February 2005 Archives

Keeping tabs on Abe Vigoda

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Happy birthday, Abe Vigoda! (It was yesterday.) For those of you who want to keep track of whether Abe is alive or dead (and use Firefox), there's an extension that displays Abe's current status in your browser:

Abe Vigoda's status: alive!

There's something odd about a browser showing any status as "alive". I wouldn't be surprised if Abe outlived Firefox. (Hat tip: A Small Victory)

New TCH Family Forums moderator - Me!!

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Earlier this week, I accepted an offer to be a moderator in the TCH Family Forums. Bill Kish (General Manager and CEO of Total Choice Hosting) said he knew of me from my posts in the Movable Type support forums and wanted to bring my knowledge and skills TCH's users. I am extremely flattered to be a part of the TCH team, and look forward to working with the TCH staff and moderators. While offering my help and advice on the TCH forums, this will be a great opportunity for me to expand my knowledge in a lot of areas.

You can see me at the TCH Family Forums under the username of "TCH-David".

Killing a Zombie

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Rhye's niece wasn't sure exactly what was wrong with her computer - her main complaint was that it was running very sluggish (and had been for the last several months), and the computer was almost unusable now. She dropped off her computer here so I could take a long look at it and try to fix whatever was wrong with it.

If it wasn't just too much junk running on the machine, I suspected that there might be a virus or trojan on the machine, but I wasn't sure until I turned it on. Something immediately started trying to phone home (my DSL modem lights began flashing like crazy). There was no firewall software that appeared to be running on the machine, and Norton AntiVirus had started up, then became disabled, then it was terminated. Looking at the Task Manager, there were three or four processes that were all trying to hog the CPU, causing 90-100% CPU usage.

I shut down the computer and rebooted it in Safe Mode (with networking) so I could look at what was on the machine without anything malicious running in the background.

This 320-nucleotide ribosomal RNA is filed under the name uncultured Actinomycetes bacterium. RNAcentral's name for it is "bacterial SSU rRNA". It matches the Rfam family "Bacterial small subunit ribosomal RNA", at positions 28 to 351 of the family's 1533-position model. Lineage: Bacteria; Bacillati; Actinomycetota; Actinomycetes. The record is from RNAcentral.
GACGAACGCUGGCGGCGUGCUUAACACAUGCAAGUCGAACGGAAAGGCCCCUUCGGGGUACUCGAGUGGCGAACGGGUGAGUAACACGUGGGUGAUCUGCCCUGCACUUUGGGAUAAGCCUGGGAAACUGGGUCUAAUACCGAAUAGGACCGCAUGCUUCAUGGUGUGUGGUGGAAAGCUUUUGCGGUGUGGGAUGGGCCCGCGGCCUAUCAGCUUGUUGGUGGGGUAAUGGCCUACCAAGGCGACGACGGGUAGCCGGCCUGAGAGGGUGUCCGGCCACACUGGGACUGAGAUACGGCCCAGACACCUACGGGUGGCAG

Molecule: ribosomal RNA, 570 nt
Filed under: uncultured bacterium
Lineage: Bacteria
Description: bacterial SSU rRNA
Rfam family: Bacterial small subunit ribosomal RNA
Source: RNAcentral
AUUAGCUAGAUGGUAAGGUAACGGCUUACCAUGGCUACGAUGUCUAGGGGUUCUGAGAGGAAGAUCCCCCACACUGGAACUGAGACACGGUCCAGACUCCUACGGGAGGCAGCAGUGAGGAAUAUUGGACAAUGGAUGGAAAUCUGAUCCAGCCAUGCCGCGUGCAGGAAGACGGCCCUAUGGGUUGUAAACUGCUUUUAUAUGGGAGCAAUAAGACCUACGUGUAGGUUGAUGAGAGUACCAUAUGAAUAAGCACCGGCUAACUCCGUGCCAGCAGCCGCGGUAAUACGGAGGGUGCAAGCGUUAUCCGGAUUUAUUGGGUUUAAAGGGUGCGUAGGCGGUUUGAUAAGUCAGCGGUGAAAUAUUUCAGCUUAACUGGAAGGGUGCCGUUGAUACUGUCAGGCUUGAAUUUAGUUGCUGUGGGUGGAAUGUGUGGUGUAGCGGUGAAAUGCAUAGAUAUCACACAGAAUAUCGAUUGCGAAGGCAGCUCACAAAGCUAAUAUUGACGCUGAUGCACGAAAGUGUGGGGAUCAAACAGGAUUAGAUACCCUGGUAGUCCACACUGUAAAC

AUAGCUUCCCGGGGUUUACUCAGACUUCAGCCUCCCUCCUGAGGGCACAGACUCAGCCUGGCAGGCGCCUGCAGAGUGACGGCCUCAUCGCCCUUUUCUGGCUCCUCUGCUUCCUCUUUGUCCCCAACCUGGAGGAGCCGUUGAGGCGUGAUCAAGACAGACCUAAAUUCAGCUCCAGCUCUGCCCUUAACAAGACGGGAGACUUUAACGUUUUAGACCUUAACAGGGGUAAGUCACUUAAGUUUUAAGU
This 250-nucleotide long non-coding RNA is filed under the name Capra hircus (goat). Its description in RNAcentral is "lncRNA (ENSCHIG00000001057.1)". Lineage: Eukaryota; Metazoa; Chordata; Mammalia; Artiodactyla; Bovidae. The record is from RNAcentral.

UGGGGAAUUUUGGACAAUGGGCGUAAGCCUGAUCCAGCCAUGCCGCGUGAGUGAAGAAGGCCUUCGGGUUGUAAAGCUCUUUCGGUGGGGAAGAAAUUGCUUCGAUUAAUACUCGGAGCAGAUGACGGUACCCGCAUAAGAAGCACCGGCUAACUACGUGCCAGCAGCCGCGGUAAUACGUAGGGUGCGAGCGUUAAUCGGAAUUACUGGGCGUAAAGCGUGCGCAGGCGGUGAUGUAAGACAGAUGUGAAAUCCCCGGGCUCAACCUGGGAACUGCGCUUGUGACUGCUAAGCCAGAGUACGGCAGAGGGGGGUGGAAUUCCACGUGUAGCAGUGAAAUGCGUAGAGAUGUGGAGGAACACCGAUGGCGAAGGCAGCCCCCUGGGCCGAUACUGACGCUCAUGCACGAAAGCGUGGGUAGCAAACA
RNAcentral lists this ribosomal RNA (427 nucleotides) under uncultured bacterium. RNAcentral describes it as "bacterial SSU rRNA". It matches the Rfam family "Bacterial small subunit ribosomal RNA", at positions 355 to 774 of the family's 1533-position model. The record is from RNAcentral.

I never thought I would see one up close and personal, but Rhye's niece brought over a real live zombie PC (a machine infected with a virus / trojan horse that allows remote malicious users to send remote commands that are executed by the infected machine).

Carding senior citizens

Jim Leitzel at Vice Squad notes some grocery stores in Wisconsin are carding any and all customers attempting to purchase alcohol or tobacco - including senior citizens. Jim predicts, "that they will stop caring about carding those senior citizens soon, if the clerks haven't informally repudiated the policy already."

Maybe - assuming that the clerks can actually tell who should and should not be carded, and that store management has not threatened to fire employees who don't card everyone.

I worked in a number of convenience stores and grocery stores that were licensed to sell cigarettes, beer and wine a little over 20 years ago. I don't know what the current laws are today, but I doubt they are any better than they were back then.

Sales clerks have ample reason to card everyone (especially if they are not good at judging age), because the penalties for being wrong are so severe. When I worked in those stores, if someone was caught selling beer or wine to a minor (selling cigarettes to minors was rarely enforced), a number of bad things happened:

  • The clerk was arrested and taken to jail.
  • The clerk was hit with a fine of $1,500.
  • The store was hit as well with a fine of $1,500.
  • The clerk was guaranteed to not have a job when released from jail (they were automatically fired per store policy).

Most of the stores I worked at were in Texas, and in Texas, the Texas Alcohol Control Board (TACB) would routinely conduct sting operations like Peter described. We could count on the TACB sending in an under-age buyer three or four times a year.

Besides the TACB, clerks were also watched by store management and/or corporate security. If there were suspicions about under-age sale of alcohol to minors (or anything else), they would not think twice about parking in the parking lot or across the street and watching the clerk through binoculars. Clerks found to be violating store policy on carding buyers could count on being written up and possibly fired.

In a follow-up post, Pete Guither (Drug WarRant) points out why a store would card all of its customers:

One reason is that businesses have been fined after sting operations in which mature-looking youths managed to purchase their age-specific contraband. The business owners want to eliminate the possibility of incurring those fines again.

But there's more to it than that: When a store's alcohol license comes up for review (as they always do), the number of times a store had been cited for selling alcohol to a minor factors in whether or not their license will be renewed. Taking away a store's liquor license for too many violations hurts a store much more than a few fines here and there, because in addition to the loss of beer and wine sales, their beer and wine customers will take all of their other shopping elsewhere too. Stores take any threat to their alcohol licenses very seriously.

Yes, carding senior citizens is dumb. But if you have clerks who can't tell who should and shouldn't be carded (and you can't seem to get them to understand), and your business depends on them doing so, I would be telling them to card everyone as well. As a clerk, if I suspected the state was watching the store, I carded everyone as well. The price for being wrong is just too high.